New Ggn-Faridabad route could damage Mangar Bani
Gurugram: Though not yet officially confirmed, the Haryana government plans to build an alternate route to connect Gurugram and Faridabad, which will pass through the green belt of Aravallis.
The report has, however, enraged green bodies in the two cities, which are home to a substantial part of the green cover of Aravallis.
The Aravallis in Faridabad are spread around an area of nearly 17,000 acre. If work for the alternate route is approved, green cover of around 435 acre of this 17,000 acre space would be cleared out.
This 435 acre space, also known as Mangar Bani, is protected under the Punjab Land Preservation Act (PLPA), according to which 25 per cent of the green cover in Aravallis is defined as forest area, depending on how dense the vegetation is.
However, despite being protected under the PLPA, the Mangar Bani area is prone to continued felling of trees at the hand of the land mafia.
In a written reply to the National Capital Region Planning Board (NCRPB), the Haryana government recognised only the stretch of Aravalli's along the Gurugram and Alwar region as a 'national conservation zone'.
In their defence, state officials claimed that this was the stated position even in 1992, when the initiative to protect Aravallis was undertaken.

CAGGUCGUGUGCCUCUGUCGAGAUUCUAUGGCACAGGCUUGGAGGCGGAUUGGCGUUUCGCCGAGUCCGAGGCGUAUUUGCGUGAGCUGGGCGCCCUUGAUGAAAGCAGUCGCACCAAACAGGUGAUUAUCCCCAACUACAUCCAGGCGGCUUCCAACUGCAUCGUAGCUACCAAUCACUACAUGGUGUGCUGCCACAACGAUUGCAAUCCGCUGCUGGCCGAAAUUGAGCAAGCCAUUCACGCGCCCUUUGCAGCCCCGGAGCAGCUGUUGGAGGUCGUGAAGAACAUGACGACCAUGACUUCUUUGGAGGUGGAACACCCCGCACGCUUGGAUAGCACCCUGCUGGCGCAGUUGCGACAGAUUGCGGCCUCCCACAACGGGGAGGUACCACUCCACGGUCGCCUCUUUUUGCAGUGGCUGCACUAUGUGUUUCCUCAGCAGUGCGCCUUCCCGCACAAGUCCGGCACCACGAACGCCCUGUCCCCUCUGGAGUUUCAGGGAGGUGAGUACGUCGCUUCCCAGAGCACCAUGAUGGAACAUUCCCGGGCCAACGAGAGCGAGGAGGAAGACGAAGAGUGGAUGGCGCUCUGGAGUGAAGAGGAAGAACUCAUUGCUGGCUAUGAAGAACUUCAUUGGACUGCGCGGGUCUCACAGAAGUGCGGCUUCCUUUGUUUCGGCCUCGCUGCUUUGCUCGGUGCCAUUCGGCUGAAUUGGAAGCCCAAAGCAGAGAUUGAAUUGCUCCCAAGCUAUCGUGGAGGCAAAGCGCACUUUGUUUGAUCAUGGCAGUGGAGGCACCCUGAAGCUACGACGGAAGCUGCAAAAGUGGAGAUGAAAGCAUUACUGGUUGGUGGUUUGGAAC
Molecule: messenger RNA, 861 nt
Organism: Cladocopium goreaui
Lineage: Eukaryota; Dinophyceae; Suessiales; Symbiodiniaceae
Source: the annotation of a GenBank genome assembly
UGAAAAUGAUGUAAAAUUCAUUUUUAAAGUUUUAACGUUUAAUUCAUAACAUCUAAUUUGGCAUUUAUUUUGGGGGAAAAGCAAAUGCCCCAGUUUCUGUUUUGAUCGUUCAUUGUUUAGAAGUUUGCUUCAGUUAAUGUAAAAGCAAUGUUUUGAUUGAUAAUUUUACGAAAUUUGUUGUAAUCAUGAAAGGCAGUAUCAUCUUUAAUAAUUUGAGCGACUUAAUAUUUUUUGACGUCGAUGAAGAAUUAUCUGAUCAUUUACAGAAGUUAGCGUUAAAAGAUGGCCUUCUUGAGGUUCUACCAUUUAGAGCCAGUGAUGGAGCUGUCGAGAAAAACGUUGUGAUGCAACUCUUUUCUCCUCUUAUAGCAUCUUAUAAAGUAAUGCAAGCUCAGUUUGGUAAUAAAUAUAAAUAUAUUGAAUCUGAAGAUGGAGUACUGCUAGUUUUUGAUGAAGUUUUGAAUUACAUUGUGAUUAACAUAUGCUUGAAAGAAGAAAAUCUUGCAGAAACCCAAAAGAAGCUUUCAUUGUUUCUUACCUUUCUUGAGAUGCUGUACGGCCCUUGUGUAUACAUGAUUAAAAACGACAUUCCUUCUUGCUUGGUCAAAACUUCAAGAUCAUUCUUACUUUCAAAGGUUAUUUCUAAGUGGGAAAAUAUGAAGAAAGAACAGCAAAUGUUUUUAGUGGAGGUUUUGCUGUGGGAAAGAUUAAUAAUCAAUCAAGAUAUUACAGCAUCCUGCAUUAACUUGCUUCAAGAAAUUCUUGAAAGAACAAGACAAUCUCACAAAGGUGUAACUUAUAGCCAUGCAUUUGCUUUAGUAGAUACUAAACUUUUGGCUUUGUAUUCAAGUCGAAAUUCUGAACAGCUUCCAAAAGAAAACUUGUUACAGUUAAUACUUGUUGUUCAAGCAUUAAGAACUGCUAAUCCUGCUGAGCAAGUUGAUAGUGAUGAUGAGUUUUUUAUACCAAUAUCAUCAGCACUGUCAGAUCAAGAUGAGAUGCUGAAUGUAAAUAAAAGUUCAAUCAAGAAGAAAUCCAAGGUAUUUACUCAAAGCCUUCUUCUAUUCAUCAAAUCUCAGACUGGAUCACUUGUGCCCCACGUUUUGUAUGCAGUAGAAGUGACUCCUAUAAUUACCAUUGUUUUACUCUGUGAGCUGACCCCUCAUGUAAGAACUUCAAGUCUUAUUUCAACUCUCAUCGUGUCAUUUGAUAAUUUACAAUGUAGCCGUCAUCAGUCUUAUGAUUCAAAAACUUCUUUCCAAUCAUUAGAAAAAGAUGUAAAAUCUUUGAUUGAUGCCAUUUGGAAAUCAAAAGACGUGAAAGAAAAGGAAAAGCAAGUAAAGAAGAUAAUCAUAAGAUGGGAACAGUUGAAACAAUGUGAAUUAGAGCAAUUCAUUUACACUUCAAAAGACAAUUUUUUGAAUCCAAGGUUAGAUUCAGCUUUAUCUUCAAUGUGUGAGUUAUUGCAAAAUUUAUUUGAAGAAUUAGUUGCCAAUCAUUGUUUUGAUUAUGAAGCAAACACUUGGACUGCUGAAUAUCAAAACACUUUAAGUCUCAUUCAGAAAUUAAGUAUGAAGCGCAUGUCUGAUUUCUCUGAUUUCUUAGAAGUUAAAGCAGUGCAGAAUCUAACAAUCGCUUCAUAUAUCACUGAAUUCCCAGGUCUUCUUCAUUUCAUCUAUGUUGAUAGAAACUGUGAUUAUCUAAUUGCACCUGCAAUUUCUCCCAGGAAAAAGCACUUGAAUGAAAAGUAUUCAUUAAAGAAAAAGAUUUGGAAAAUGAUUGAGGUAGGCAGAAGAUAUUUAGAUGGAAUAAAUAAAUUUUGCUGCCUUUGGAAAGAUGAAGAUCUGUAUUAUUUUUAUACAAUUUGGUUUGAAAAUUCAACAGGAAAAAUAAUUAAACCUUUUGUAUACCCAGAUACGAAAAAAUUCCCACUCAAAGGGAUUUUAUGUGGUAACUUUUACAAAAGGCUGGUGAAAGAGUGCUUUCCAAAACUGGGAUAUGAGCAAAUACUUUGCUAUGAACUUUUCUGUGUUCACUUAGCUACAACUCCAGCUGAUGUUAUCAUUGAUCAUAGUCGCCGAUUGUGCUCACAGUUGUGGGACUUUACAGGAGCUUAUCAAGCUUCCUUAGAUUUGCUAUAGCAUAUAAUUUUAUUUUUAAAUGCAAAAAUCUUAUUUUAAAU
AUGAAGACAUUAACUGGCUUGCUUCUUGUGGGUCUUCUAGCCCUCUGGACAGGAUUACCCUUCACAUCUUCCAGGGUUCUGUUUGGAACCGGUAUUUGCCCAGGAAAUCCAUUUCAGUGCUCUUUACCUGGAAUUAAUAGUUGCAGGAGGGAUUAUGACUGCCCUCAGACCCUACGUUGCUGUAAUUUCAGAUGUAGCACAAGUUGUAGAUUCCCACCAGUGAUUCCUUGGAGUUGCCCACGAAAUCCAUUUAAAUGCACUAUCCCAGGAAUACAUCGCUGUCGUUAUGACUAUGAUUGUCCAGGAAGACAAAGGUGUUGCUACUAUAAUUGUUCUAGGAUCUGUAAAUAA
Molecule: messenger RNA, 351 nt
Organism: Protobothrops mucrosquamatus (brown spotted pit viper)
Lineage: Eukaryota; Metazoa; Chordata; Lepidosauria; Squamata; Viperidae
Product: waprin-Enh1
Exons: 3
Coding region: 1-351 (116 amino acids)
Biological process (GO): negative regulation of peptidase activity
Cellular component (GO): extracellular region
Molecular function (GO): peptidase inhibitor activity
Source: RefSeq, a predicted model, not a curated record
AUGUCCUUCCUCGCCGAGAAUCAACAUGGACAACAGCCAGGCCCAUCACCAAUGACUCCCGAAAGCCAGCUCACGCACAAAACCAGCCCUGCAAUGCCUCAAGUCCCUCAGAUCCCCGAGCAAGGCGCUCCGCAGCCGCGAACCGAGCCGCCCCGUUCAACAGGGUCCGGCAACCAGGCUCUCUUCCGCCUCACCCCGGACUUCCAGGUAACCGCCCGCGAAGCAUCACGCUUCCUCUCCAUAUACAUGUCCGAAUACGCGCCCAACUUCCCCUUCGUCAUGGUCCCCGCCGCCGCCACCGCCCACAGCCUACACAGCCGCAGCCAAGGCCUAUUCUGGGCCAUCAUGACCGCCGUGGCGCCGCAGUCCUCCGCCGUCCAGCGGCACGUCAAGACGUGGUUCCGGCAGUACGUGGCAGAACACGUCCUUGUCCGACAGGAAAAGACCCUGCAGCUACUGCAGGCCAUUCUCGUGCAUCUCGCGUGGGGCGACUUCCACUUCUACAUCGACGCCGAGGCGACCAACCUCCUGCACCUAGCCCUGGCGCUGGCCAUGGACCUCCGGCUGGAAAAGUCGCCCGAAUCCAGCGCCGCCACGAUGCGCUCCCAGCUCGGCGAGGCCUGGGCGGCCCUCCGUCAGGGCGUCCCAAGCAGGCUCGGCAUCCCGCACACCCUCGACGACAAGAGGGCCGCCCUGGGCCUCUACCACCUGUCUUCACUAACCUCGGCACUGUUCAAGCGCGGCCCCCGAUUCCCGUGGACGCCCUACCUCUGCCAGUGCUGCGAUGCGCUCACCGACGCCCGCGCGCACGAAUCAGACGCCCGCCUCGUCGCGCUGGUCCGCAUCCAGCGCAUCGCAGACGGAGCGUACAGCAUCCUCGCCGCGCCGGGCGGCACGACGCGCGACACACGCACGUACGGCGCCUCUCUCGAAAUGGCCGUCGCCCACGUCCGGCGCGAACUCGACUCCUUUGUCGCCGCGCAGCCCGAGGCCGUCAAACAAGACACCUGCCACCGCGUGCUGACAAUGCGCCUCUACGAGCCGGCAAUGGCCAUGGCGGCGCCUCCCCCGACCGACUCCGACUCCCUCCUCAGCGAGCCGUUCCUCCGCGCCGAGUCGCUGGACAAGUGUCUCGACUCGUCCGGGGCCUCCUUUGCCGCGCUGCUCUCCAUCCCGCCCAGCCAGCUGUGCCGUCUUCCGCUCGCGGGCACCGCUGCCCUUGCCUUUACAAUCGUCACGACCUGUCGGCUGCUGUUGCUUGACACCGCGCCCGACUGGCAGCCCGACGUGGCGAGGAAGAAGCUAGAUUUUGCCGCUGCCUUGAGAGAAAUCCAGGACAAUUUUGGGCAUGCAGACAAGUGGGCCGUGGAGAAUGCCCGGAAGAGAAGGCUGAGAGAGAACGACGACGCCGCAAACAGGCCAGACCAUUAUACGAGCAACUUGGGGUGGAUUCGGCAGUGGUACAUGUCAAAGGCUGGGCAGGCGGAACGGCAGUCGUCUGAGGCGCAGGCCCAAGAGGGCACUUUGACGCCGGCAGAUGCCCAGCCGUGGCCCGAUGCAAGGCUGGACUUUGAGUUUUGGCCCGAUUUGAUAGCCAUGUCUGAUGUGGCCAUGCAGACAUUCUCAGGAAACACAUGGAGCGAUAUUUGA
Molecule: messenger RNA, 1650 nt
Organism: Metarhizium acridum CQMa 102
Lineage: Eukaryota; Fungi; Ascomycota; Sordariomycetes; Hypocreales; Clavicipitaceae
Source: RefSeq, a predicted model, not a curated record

Even as the matter of providing a proper definition to the Aravallis – thus providing it with the official status of forested area – is pending in the Supreme Court, development of real estate projects on the green belt continues unabated in Gurugram.
In addition to the lack of proper delineation, dual laws also make it hard for conservation agencies to protect the forest area of Aravallis.
Presently, according to the Indian Forest Act, only four per cent of the area of Aravallis in Gurugram is notified as forest.
Lack of proper delineation has resulted in illegal mining, encroachment and diminishing green cover in both the Faridabad and the Gurugram belt of the Aravallis.
A report by the Wildlife Institute of India revealed that once spread across an area of 6,000 square kilometre, the open forest areas of Aravallis have now reduced to a meagre 119 sq km, most of which is concentrated in Gurugram.